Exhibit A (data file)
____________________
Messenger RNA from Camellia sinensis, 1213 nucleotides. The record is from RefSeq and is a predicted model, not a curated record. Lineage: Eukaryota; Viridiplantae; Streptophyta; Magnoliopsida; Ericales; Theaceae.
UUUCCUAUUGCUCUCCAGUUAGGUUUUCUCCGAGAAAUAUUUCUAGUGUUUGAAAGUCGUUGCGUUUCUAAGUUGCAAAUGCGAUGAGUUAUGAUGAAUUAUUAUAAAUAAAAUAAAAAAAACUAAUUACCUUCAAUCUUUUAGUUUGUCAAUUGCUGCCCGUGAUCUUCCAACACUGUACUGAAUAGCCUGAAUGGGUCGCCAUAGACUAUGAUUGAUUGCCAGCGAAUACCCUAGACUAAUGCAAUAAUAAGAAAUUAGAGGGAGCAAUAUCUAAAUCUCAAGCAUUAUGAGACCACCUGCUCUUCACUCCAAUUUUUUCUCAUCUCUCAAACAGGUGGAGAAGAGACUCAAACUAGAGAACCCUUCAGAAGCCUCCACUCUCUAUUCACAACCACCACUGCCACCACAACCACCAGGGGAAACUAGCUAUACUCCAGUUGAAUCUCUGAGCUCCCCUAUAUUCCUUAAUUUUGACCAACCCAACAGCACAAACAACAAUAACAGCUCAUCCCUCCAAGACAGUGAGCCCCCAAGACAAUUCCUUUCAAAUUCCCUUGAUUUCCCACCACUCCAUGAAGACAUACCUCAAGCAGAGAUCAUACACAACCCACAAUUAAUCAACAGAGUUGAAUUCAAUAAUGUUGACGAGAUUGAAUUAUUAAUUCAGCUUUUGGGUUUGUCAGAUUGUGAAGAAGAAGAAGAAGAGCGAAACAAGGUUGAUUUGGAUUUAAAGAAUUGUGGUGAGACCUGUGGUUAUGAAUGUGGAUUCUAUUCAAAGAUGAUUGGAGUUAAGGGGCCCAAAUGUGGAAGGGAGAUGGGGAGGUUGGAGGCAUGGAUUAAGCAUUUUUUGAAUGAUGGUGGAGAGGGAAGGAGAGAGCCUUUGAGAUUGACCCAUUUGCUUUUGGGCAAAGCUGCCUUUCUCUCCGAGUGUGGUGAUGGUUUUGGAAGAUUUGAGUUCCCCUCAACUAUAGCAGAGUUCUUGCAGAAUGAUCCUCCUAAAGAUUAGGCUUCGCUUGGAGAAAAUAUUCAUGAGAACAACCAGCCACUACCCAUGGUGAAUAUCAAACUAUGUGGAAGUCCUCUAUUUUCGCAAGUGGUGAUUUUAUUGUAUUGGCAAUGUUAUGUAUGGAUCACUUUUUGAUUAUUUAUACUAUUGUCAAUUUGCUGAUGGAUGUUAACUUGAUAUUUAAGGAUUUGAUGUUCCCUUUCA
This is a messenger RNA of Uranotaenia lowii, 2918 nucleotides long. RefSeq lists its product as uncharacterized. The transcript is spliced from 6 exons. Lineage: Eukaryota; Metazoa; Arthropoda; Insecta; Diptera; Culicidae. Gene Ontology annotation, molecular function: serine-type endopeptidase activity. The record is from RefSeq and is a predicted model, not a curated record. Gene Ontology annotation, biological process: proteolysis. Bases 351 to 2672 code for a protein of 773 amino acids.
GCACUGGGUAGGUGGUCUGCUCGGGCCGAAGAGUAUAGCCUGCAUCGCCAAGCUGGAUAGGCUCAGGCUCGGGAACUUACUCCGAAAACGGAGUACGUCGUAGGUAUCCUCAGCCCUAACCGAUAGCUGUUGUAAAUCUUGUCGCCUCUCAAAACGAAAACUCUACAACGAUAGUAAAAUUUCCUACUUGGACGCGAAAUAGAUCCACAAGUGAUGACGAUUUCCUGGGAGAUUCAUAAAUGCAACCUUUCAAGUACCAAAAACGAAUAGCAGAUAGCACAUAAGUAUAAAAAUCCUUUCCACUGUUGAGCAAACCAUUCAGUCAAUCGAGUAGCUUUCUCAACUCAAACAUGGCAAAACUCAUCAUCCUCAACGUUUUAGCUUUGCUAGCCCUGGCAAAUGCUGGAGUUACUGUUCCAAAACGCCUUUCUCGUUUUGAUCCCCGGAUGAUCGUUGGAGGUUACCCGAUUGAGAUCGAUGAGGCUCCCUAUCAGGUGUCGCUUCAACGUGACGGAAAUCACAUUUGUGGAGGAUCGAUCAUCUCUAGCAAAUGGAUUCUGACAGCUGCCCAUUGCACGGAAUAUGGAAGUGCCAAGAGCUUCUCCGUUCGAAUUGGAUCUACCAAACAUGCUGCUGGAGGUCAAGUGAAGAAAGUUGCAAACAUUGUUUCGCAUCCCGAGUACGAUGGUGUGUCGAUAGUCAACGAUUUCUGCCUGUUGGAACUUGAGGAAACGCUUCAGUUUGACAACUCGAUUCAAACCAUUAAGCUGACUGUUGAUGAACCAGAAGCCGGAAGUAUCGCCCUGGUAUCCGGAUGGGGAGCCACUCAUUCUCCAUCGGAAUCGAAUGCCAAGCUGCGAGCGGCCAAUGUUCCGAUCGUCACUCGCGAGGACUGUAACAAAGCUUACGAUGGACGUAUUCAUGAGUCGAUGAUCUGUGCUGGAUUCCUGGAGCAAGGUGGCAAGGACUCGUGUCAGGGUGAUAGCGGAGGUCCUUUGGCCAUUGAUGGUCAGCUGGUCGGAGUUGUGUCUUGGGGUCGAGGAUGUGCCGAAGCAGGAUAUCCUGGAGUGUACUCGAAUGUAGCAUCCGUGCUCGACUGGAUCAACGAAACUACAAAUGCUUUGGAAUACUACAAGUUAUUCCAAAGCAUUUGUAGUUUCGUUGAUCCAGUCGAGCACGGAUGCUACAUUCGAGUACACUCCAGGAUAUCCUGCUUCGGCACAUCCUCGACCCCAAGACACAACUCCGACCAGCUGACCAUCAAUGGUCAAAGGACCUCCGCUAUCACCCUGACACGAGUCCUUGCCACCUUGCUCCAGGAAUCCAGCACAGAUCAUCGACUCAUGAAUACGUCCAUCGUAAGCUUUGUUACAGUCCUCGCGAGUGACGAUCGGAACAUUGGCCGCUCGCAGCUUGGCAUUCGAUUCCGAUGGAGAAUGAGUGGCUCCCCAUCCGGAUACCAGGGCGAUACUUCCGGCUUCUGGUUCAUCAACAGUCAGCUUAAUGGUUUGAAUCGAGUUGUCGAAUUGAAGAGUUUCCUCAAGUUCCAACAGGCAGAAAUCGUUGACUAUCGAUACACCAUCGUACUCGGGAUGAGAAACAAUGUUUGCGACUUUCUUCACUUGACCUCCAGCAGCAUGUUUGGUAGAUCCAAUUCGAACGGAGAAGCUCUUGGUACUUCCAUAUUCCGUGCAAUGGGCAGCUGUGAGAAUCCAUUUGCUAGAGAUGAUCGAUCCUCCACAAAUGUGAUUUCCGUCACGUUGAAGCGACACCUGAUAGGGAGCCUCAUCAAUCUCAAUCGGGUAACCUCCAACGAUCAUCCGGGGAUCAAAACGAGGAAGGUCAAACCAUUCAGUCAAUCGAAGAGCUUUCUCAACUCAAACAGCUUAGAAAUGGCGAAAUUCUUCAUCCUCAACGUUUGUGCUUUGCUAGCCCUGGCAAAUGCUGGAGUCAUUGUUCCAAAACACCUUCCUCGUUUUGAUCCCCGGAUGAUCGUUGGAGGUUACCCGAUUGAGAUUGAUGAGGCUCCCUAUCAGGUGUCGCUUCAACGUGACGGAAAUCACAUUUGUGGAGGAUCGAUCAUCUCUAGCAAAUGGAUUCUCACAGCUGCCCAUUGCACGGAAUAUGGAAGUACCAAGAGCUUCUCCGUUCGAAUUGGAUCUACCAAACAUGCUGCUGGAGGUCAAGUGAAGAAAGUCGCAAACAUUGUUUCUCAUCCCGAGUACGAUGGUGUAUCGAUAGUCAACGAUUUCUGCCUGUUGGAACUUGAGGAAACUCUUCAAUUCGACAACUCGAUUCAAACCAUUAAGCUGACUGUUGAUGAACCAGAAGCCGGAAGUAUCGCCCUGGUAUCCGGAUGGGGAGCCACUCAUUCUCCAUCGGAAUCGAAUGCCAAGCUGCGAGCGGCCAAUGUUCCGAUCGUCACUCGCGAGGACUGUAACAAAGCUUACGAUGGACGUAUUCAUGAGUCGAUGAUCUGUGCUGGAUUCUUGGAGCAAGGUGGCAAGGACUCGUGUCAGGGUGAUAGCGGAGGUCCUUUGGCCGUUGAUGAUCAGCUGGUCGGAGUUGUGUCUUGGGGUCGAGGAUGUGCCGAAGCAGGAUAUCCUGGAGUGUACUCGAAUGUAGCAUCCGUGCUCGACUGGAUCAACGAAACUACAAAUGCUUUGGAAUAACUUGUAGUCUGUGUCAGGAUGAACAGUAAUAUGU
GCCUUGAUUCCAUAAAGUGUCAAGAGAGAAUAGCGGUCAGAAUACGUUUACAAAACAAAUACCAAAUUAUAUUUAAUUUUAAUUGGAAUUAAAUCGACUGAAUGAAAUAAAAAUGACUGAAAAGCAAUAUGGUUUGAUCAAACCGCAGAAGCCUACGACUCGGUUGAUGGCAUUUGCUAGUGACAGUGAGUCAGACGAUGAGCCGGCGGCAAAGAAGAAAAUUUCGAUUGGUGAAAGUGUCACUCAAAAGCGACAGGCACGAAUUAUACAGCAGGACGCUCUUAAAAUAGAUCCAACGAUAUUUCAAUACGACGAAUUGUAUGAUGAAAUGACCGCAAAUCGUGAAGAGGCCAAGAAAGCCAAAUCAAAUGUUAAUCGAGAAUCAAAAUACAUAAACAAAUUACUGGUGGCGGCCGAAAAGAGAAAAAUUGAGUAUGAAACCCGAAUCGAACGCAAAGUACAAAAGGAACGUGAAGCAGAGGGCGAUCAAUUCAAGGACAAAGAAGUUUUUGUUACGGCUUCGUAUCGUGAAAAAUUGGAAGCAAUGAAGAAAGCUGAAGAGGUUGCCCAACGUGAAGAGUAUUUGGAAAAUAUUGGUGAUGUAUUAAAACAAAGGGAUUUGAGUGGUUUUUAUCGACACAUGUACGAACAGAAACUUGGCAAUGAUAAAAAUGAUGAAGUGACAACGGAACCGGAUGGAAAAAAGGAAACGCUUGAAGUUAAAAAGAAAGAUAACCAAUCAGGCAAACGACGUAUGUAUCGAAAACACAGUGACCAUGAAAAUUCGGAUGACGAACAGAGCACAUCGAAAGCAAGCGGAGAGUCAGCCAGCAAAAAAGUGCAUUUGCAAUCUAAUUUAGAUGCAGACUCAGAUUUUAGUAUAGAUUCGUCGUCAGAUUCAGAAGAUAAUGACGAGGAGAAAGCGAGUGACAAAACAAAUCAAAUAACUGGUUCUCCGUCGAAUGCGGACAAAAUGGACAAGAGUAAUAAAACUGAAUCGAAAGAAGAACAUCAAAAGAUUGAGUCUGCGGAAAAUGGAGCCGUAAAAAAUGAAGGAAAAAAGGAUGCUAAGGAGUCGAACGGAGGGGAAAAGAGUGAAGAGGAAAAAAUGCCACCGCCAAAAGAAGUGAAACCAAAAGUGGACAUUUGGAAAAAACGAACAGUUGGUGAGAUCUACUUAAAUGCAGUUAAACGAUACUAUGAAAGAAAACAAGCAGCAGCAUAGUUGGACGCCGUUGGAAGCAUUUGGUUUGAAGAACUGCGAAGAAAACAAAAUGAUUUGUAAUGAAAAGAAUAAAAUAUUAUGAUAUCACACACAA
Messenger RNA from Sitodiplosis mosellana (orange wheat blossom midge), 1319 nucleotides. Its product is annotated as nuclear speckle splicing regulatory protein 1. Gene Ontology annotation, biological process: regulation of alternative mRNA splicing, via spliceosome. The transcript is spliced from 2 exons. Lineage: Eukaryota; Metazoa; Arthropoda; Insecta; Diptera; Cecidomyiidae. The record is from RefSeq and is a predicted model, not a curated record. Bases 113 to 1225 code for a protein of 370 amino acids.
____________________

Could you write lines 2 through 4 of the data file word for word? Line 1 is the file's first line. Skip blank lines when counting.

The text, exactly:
UUUCCUAUUGCUCUCCAGUUAGGUUUUCUCCGAGAAAUAUUUCUAGUGUUUGAAAGUCGUUGCGUUUCUAAGUUGCAAAUGCGAUGAGUUAUGAUGAAUUAUUAUAAAUAAAAUAAAAAAAACUAAUUACCUUCAAUCUUUUAGUUUGUCAAUUGCUGCCCGUGAUCUUCCAACACUGUACUGAAUAGCCUGAAUGGGUCGCCAUAGACUAUGAUUGAUUGCCAGCGAAUACCCUAGACUAAUGCAAUAAUAAGAAAUUAGAGGGAGCAAUAUCUAAAUCUCAAGCAUUAUGAGACCACCUGCUCUUCACUCCAAUUUUUUCUCAUCUCUCAAACAGGUGGAGAAGAGACUCAAACUAGAGAACCCUUCAGAAGCCUCCACUCUCUAUUCACAACCACCACUGCCACCACAACCACCAGGGGAAACUAGCUAUACUCCAGUUGAAUCUCUGAGCUCCCCUAUAUUCCUUAAUUUUGACCAACCCAACAGCACAAACAACAAUAACAGCUCAUCCCUCCAAGACAGUGAGCCCCCAAGACAAUUCCUUUCAAAUUCCCUUGAUUUCCCACCACUCCAUGAAGACAUACCUCAAGCAGAGAUCAUACACAACCCACAAUUAAUCAACAGAGUUGAAUUCAAUAAUGUUGACGAGAUUGAAUUAUUAAUUCAGCUUUUGGGUUUGUCAGAUUGUGAAGAAGAAGAAGAAGAGCGAAACAAGGUUGAUUUGGAUUUAAAGAAUUGUGGUGAGACCUGUGGUUAUGAAUGUGGAUUCUAUUCAAAGAUGAUUGGAGUUAAGGGGCCCAAAUGUGGAAGGGAGAUGGGGAGGUUGGAGGCAUGGAUUAAGCAUUUUUUGAAUGAUGGUGGAGAGGGAAGGAGAGAGCCUUUGAGAUUGACCCAUUUGCUUUUGGGCAAAGCUGCCUUUCUCUCCGAGUGUGGUGAUGGUUUUGGAAGAUUUGAGUUCCCCUCAACUAUAGCAGAGUUCUUGCAGAAUGAUCCUCCUAAAGAUUAGGCUUCGCUUGGAGAAAAUAUUCAUGAGAACAACCAGCCACUACCCAUGGUGAAUAUCAAACUAUGUGGAAGUCCUCUAUUUUCGCAAGUGGUGAUUUUAUUGUAUUGGCAAUGUUAUGUAUGGAUCACUUUUUGAUUAUUUAUACUAUUGUCAAUUUGCUGAUGGAUGUUAACUUGAUAUUUAAGGAUUUGAUGUUCCCUUUCA
This is a messenger RNA of Uranotaenia lowii, 2918 nucleotides long. RefSeq lists its product as uncharacterized. The transcript is spliced from 6 exons. Lineage: Eukaryota; Metazoa; Arthropoda; Insecta; Diptera; Culicidae. Gene Ontology annotation, molecular function: serine-type endopeptidase activity. The record is from RefSeq and is a predicted model, not a curated record. Gene Ontology annotation, biological process: proteolysis. Bases 351 to 2672 code for a protein of 773 amino acids.
GCACUGGGUAGGUGGUCUGCUCGGGCCGAAGAGUAUAGCCUGCAUCGCCAAGCUGGAUAGGCUCAGGCUCGGGAACUUACUCCGAAAACGGAGUACGUCGUAGGUAUCCUCAGCCCUAACCGAUAGCUGUUGUAAAUCUUGUCGCCUCUCAAAACGAAAACUCUACAACGAUAGUAAAAUUUCCUACUUGGACGCGAAAUAGAUCCACAAGUGAUGACGAUUUCCUGGGAGAUUCAUAAAUGCAACCUUUCAAGUACCAAAAACGAAUAGCAGAUAGCACAUAAGUAUAAAAAUCCUUUCCACUGUUGAGCAAACCAUUCAGUCAAUCGAGUAGCUUUCUCAACUCAAACAUGGCAAAACUCAUCAUCCUCAACGUUUUAGCUUUGCUAGCCCUGGCAAAUGCUGGAGUUACUGUUCCAAAACGCCUUUCUCGUUUUGAUCCCCGGAUGAUCGUUGGAGGUUACCCGAUUGAGAUCGAUGAGGCUCCCUAUCAGGUGUCGCUUCAACGUGACGGAAAUCACAUUUGUGGAGGAUCGAUCAUCUCUAGCAAAUGGAUUCUGACAGCUGCCCAUUGCACGGAAUAUGGAAGUGCCAAGAGCUUCUCCGUUCGAAUUGGAUCUACCAAACAUGCUGCUGGAGGUCAAGUGAAGAAAGUUGCAAACAUUGUUUCGCAUCCCGAGUACGAUGGUGUGUCGAUAGUCAACGAUUUCUGCCUGUUGGAACUUGAGGAAACGCUUCAGUUUGACAACUCGAUUCAAACCAUUAAGCUGACUGUUGAUGAACCAGAAGCCGGAAGUAUCGCCCUGGUAUCCGGAUGGGGAGCCACUCAUUCUCCAUCGGAAUCGAAUGCCAAGCUGCGAGCGGCCAAUGUUCCGAUCGUCACUCGCGAGGACUGUAACAAAGCUUACGAUGGACGUAUUCAUGAGUCGAUGAUCUGUGCUGGAUUCCUGGAGCAAGGUGGCAAGGACUCGUGUCAGGGUGAUAGCGGAGGUCCUUUGGCCAUUGAUGGUCAGCUGGUCGGAGUUGUGUCUUGGGGUCGAGGAUGUGCCGAAGCAGGAUAUCCUGGAGUGUACUCGAAUGUAGCAUCCGUGCUCGACUGGAUCAACGAAACUACAAAUGCUUUGGAAUACUACAAGUUAUUCCAAAGCAUUUGUAGUUUCGUUGAUCCAGUCGAGCACGGAUGCUACAUUCGAGUACACUCCAGGAUAUCCUGCUUCGGCACAUCCUCGACCCCAAGACACAACUCCGACCAGCUGACCAUCAAUGGUCAAAGGACCUCCGCUAUCACCCUGACACGAGUCCUUGCCACCUUGCUCCAGGAAUCCAGCACAGAUCAUCGACUCAUGAAUACGUCCAUCGUAAGCUUUGUUACAGUCCUCGCGAGUGACGAUCGGAACAUUGGCCGCUCGCAGCUUGGCAUUCGAUUCCGAUGGAGAAUGAGUGGCUCCCCAUCCGGAUACCAGGGCGAUACUUCCGGCUUCUGGUUCAUCAACAGUCAGCUUAAUGGUUUGAAUCGAGUUGUCGAAUUGAAGAGUUUCCUCAAGUUCCAACAGGCAGAAAUCGUUGACUAUCGAUACACCAUCGUACUCGGGAUGAGAAACAAUGUUUGCGACUUUCUUCACUUGACCUCCAGCAGCAUGUUUGGUAGAUCCAAUUCGAACGGAGAAGCUCUUGGUACUUCCAUAUUCCGUGCAAUGGGCAGCUGUGAGAAUCCAUUUGCUAGAGAUGAUCGAUCCUCCACAAAUGUGAUUUCCGUCACGUUGAAGCGACACCUGAUAGGGAGCCUCAUCAAUCUCAAUCGGGUAACCUCCAACGAUCAUCCGGGGAUCAAAACGAGGAAGGUCAAACCAUUCAGUCAAUCGAAGAGCUUUCUCAACUCAAACAGCUUAGAAAUGGCGAAAUUCUUCAUCCUCAACGUUUGUGCUUUGCUAGCCCUGGCAAAUGCUGGAGUCAUUGUUCCAAAACACCUUCCUCGUUUUGAUCCCCGGAUGAUCGUUGGAGGUUACCCGAUUGAGAUUGAUGAGGCUCCCUAUCAGGUGUCGCUUCAACGUGACGGAAAUCACAUUUGUGGAGGAUCGAUCAUCUCUAGCAAAUGGAUUCUCACAGCUGCCCAUUGCACGGAAUAUGGAAGUACCAAGAGCUUCUCCGUUCGAAUUGGAUCUACCAAACAUGCUGCUGGAGGUCAAGUGAAGAAAGUCGCAAACAUUGUUUCUCAUCCCGAGUACGAUGGUGUAUCGAUAGUCAACGAUUUCUGCCUGUUGGAACUUGAGGAAACUCUUCAAUUCGACAACUCGAUUCAAACCAUUAAGCUGACUGUUGAUGAACCAGAAGCCGGAAGUAUCGCCCUGGUAUCCGGAUGGGGAGCCACUCAUUCUCCAUCGGAAUCGAAUGCCAAGCUGCGAGCGGCCAAUGUUCCGAUCGUCACUCGCGAGGACUGUAACAAAGCUUACGAUGGACGUAUUCAUGAGUCGAUGAUCUGUGCUGGAUUCUUGGAGCAAGGUGGCAAGGACUCGUGUCAGGGUGAUAGCGGAGGUCCUUUGGCCGUUGAUGAUCAGCUGGUCGGAGUUGUGUCUUGGGGUCGAGGAUGUGCCGAAGCAGGAUAUCCUGGAGUGUACUCGAAUGUAGCAUCCGUGCUCGACUGGAUCAACGAAACUACAAAUGCUUUGGAAUAACUUGUAGUCUGUGUCAGGAUGAACAGUAAUAUGU